Agencies vie for local sewer system; LAFCO will decide



By Tina Richards

A public hearing held to collect input on the future operations and maintenance of the Area 7 sewer system was attended largely by representatives of the two agencies who have submitted applications to take it on. 

The East Orange County Water District (EOCWD) is vying with the Irvine Ranch Water District (IRWD) to take over sewer system service in an area covering unincorporated North Tustin, El Modena and portions of Orange and Tustin. The Local Area Formation Commission (LAFCO) has oversight responsibilities for changes in Orange County governmental infrastructure and boundaries, and will make the decision. The agency invited the public to provide comments at a June 17 meeting.

Area 7 sewer system is currently operated by the OC Sanitation District. It wants to divest itself of small local sewer systems so it may concentrate on larger countywide facilities. Last year it approached EOCWD and asked the water company if it would be interested in operating the sewers in its area.  EOCWD is a small water wholesaler that supplies the four local providers (Orange, Tustin, IRWD, Golden State) as well as retail service to 1,179 customers.  Its water service area nearly mirrors the Area 7 sewer system footprint.

Is bigger better?
Before IRWD had expressed an interest in Area 7, EOCWD had collected support letters from Tustin, Orange and the Foothills Communities Association, all of which believed that the local control offered by the agency would benefit residents.  EOCWD is headquartered in a double-wide trailer in the City of Orange, knows many of its customers by name, and can reach any part of its service area in 20 minutes.

Although General Manger Lisa Uhland has 33 years’ experience with sewer systems, EOCWD itself does not.  IRWD, which applied for Area 7 just days before the deadline, operates sewer systems in Irvine, Lake Forest, portions of Tustin, Newport Beach and Costa Mesa, and provides water to 370,000 residents over 181 square miles.  It believes its experience and ability to spread costs over a wider customer base trumps EOCWD’s proximity and knowledge of the area.

“It’s David versus Goliath,” Lisa Uhland said after the LAFCO meeting.

LAFCO’s Ben Legbandt gave the audience an overview of what’s at stake.  The sewer system operator must assess the condition of 170 miles of pipe, clean the lines, prevent spills and regulate capacity to avoid overflows.  It must be prepared to replace piping before it fails.  The local system has a 100-year life span and is now about 50 years old.

Close competition
Under the county sanitation district, emergency response time to Area 7 is within 60 minutes; the system is cleaned every 12 to 18 months, and conditions assessed every five years.  EOCWD says it will respond in 20 minutes, clean every 12-18 months and complete a system-wide assessment every five years.  IRWD reports it will respond in 30 minutes, clean pipes on a 12- to 24-month schedule and assess the system every 10 years.  The county budget is currently $1,048,753 per year.  EOCWD says it can operate the same system for $803,944; IRWD says it can do it for $822,759.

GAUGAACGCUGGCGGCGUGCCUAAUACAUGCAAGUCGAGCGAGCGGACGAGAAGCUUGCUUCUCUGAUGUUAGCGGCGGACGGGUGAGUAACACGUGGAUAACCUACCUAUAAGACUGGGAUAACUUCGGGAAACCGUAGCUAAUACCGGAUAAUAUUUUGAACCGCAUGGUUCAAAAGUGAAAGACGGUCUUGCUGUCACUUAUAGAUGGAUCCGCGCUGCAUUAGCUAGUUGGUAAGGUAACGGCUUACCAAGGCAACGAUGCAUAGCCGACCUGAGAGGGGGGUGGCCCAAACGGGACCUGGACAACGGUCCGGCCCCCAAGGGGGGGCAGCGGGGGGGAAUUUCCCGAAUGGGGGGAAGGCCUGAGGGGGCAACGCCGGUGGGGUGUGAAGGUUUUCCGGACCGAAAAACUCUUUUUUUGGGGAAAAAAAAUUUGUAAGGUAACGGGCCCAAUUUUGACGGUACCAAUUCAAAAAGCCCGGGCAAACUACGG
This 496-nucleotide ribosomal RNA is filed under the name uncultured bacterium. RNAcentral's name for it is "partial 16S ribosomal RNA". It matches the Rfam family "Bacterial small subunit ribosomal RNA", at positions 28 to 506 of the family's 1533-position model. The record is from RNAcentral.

Of the eight individuals who provided public comments, four were affiliated with IRWD, one was an EOCWD board member and three were private citizens.  Those with a past or present association with IRWD focused on its experience, qualifications and knowledge of regulations. Former IRWD General Manager Paul Jones elaborated on the seriousness of sewage spills, mandatory fines that result from them and the need to understand the clean-up process.  A former IRWD employee applauded the company’s engineering staff, and its available inventory of equipment and resources.  Citizen Dick Schmidt echoed that sentiment.  “IRWD has staff, it has engineers,” he said.  “I think it is the most capable.”

North Tustin’s John Sears was one of two unaffiliated speakers who favored the smaller EOCWD.  He noted that OC Sanitation had itself voted to award Area 7 to EOCWD and that the 16-square-mile labyrinth of sewer pipes was within that agency’s sphere of influence.  He added that local representation was important to residents.  He also reported that EOCWD is operated prudently, has no debt and keeps its water rates low, with no tiers.  “I am confident that it will have a well-operated and financially stable service plan,” he said. 

Local motion
Marilyn Holmes agreed.  “Both IRWD and EOCWD are good agencies,” she said.  “But East Orange understands our issues.  We don’t want to become another Irvine.”

The “local control” angle also held the Orange City Council to its support of EOCWD a week earlier. IRWD had recently asked the council for a support letter, and the issue was heard at its June 9 meeting.  Councilmen Mark Murphy and Mike Alvarez wanted to support IRWD’s application as well as EOCWD’s, noting that a neutral stance would encourage competition between them, which would ultimately benefit the city and taxpayers. Mayor Tita Smith and Councilman Fred Whitaker opposed the second letter, arguing that supporting both contenders is like supporting neither of them.  Kim Nichols broke the tie, noting that competition was beneficial at the beginning, “but what happens 10 years from now?  What will happen to rates then?  I think we’re better served by a local source.”  The vote was three to two against a second letter.

LAFCO is continuing to accept written public comments and will discuss the matter at its July 8 meeting.   A decision is not expected until August.  “We look at what’s best for the area and the region,” LAFCO Executive Officer Carolyn Emery explained.  “We’ve done an extensive municipal service review.  We may decide in the end that OC Sanitation is the best operator and reject both IRWD and EOCWD.”